I still love Aaron Curry because I still believe that Curry will eventually earn that love.
Luck is overused in the world of sports analysis. What is sometimes called "luck" is better phrased as "difficult to qualify." Fumble recoveries are not luck, not entirely. Clearly there is a skill to being aware of a fumble, and there's basic athletic skill to securing a loose football. There's no telling which way a fumble will fall, and in that sense, the outcome and subsequent recovery of a fumble is unpredictable, and the skills that make one player more likely to recover one fumble and less likely to recover another, hard to qualify (much less quantify) but that doesn't mean it's luck.
This is luck: Jon Ryan boots. Ted Ginn is back to receive. He waves for the fair catch and then moves towards the sideline, allowing the ball to bounce. Sometime before the ball does, a Seahawk sets up ready to down a fortuitous bounce. Ginn has screwed up. He needs to catch the ball and guard against his team being pinned within the five. Instead, and no one, no one can possibly predict this, the ball lands so that it bounces backwards and away from the goal.
Ginn lucks out.
If Lofa Tatupu stays healthy, I see no reason this can not be a top five run defense. This drive is a good example of why Seattle has the horses to make this defense so stifling against the run.
1-10-SF 10 (8:11) 21-F.Gore right tackle to SF 13 for 3 yards (90-C.Cole, 57-D.Hawthorne).
This is a Colin Cole highlight. I repeat, this is a Colin Cole highlight.
Having a big guy that can hold against a powerful guard is step towards a dominant run defense. At the same time, what if Cole misses? He didn't assuredly wrap Gore. He tangled and dropped him.
If he misses Gore, David Hawthorne is around to wrap. Opposite the offensive left, Red Bryant withstands a double team and drops a pulling Joe Staley. That frees Hawthorne to shadow the action and be there to stop Gore before he can hit the second level.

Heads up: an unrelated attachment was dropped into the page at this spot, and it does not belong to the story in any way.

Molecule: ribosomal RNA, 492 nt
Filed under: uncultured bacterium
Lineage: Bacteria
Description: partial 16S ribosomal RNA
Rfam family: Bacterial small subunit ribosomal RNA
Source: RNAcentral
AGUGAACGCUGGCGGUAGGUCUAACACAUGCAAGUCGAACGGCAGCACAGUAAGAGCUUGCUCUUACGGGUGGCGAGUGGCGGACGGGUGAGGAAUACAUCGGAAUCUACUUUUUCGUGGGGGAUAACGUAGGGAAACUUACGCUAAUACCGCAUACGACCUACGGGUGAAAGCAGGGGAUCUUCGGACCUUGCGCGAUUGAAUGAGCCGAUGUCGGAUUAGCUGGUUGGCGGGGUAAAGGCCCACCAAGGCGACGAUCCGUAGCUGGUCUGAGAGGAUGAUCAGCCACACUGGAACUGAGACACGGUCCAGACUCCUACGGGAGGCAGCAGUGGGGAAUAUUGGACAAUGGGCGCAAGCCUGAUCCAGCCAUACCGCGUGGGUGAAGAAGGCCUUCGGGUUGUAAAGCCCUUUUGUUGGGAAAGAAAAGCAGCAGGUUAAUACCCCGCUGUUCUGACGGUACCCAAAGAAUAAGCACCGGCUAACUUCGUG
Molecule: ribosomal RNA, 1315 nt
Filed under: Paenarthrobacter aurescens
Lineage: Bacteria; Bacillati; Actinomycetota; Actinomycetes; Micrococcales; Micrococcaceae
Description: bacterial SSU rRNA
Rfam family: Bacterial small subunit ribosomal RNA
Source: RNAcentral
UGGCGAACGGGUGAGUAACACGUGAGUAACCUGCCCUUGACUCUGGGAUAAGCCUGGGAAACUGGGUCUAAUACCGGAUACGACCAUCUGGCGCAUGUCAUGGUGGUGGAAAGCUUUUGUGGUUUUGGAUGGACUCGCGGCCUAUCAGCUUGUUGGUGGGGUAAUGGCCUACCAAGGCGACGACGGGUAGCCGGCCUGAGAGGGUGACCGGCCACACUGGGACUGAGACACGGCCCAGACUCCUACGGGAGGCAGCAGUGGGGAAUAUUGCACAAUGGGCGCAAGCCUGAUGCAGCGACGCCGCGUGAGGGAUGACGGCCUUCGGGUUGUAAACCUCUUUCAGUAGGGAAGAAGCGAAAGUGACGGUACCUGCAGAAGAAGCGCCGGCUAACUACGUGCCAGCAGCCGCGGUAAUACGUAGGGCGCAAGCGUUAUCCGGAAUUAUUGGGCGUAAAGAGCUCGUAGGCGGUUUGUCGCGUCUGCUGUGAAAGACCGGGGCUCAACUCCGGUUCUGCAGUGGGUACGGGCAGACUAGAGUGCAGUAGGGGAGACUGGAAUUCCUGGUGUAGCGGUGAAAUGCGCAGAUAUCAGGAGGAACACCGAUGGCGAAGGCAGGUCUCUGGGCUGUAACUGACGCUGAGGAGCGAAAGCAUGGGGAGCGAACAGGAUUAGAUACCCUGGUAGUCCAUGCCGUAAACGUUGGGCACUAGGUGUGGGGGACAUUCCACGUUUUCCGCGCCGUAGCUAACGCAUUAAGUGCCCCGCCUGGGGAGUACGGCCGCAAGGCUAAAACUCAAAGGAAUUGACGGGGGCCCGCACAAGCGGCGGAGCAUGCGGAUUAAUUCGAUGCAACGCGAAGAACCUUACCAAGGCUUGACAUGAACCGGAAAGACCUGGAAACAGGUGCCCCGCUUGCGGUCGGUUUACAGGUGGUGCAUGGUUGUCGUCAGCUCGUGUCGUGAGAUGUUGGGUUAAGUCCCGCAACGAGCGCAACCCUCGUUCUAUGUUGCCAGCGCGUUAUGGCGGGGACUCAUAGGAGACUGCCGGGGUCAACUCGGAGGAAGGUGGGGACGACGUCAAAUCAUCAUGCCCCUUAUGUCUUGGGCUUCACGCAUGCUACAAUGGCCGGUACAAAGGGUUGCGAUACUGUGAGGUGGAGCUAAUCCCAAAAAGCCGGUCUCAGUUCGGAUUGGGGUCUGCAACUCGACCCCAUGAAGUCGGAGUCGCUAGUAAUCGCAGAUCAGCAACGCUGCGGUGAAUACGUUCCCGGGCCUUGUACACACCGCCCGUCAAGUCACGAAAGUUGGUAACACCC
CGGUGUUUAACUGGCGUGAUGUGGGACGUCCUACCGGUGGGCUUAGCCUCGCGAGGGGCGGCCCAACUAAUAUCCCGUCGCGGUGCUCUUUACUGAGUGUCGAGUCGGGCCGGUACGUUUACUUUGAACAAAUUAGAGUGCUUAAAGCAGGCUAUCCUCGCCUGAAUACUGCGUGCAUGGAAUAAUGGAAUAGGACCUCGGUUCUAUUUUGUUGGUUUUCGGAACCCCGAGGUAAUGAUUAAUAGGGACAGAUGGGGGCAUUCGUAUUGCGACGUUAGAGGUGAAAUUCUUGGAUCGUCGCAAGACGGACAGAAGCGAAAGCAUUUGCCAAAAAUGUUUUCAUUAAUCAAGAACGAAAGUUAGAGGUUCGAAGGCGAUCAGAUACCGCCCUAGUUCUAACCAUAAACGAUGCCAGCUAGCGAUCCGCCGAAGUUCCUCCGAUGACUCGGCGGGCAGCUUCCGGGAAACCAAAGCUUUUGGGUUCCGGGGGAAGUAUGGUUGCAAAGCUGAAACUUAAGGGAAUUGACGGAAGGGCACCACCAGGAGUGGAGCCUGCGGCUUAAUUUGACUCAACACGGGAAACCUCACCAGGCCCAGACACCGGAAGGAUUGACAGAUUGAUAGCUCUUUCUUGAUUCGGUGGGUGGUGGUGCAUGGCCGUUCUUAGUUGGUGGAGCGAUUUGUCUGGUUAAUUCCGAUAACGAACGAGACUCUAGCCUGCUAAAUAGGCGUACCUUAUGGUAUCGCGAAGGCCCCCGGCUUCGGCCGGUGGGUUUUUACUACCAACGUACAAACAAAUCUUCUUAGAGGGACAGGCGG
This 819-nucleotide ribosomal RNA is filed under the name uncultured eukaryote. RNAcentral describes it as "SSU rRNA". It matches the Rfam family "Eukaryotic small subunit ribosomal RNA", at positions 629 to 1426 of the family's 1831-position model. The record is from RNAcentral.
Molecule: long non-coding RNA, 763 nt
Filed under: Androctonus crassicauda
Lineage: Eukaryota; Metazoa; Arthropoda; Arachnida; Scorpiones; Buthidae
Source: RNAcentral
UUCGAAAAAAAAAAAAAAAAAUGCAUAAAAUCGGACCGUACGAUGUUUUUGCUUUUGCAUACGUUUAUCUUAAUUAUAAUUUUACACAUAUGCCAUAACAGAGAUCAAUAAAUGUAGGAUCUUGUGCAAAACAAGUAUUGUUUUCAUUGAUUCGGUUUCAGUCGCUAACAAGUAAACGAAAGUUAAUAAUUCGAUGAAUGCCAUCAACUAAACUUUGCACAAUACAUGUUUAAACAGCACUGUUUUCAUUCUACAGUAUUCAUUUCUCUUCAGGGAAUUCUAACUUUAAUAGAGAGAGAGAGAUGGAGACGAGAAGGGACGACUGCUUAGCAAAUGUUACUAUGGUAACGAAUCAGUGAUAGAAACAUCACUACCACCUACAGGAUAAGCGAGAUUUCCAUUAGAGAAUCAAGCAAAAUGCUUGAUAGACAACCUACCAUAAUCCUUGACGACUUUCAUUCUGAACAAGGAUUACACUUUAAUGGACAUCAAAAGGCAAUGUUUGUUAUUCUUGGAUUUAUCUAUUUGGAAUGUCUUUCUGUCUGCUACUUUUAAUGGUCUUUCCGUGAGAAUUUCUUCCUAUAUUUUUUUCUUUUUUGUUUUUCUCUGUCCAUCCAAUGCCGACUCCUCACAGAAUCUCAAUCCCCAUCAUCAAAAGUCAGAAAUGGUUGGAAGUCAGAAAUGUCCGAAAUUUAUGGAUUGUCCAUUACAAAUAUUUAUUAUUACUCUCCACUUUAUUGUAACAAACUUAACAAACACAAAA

One thing this defense should have no trouble with is consuming blockers.
2-7-SF 13 (7:28) 11-A.Smith pass short right to 85-V.Davis to SF 21 for 8 yards (36-L.Milloy).
Aaron Curry is so, so very close to perfectly timing the snap, but in his haste, he catches himself from committing a penalty and ruins his first step. One day.
Seahawks blitz five. No one comes free. After the play, Tatupu can be seen coaching up Bryant, for whatever that's worth.
1-10-SF 21 (6:47) 11-A.Smith pass short left to 84-J.Morgan to SF 29 for 8 yards (29-E.Thomas).
Corner blitz by Trufant. Promising, but Alex Smith moves his read from right to left and identifies the weakness. Earl Thomas closes and stops Morgan before he can run after the catch*.
2-2-SF 29 (6:08) 21-F.Gore right tackle to SF 30 for 1 yard (59-A.Curry).
Curry gets the tackle; Tatupu defeats the play.
Bryant and Brandon Mebane combine to form a pile of blockers. Tatupu shoots the "C" gap and strikes Iupati pulling from left to around right end, or, rather, right end is the destination. Tatupu stirkes Iupati somewhere behind the right tackle. It's awesome. Against a lesser rusher, this play is dead. Gore must navigate a slot that vees up between the stopped Iupati and the right tackle, but he does, jump-cutting through the two and threatening to burst into the second level.
Curry misreads the direction of the run and is caught seesawing over center looking for a way into the play. He eventually shoots the gap produced by a fallen Mebane and wraps Gore from behind. If Curry had instead, I don't know, made shadow puppets along the left sideline, Bryant was still there to shade out and tackle Gore.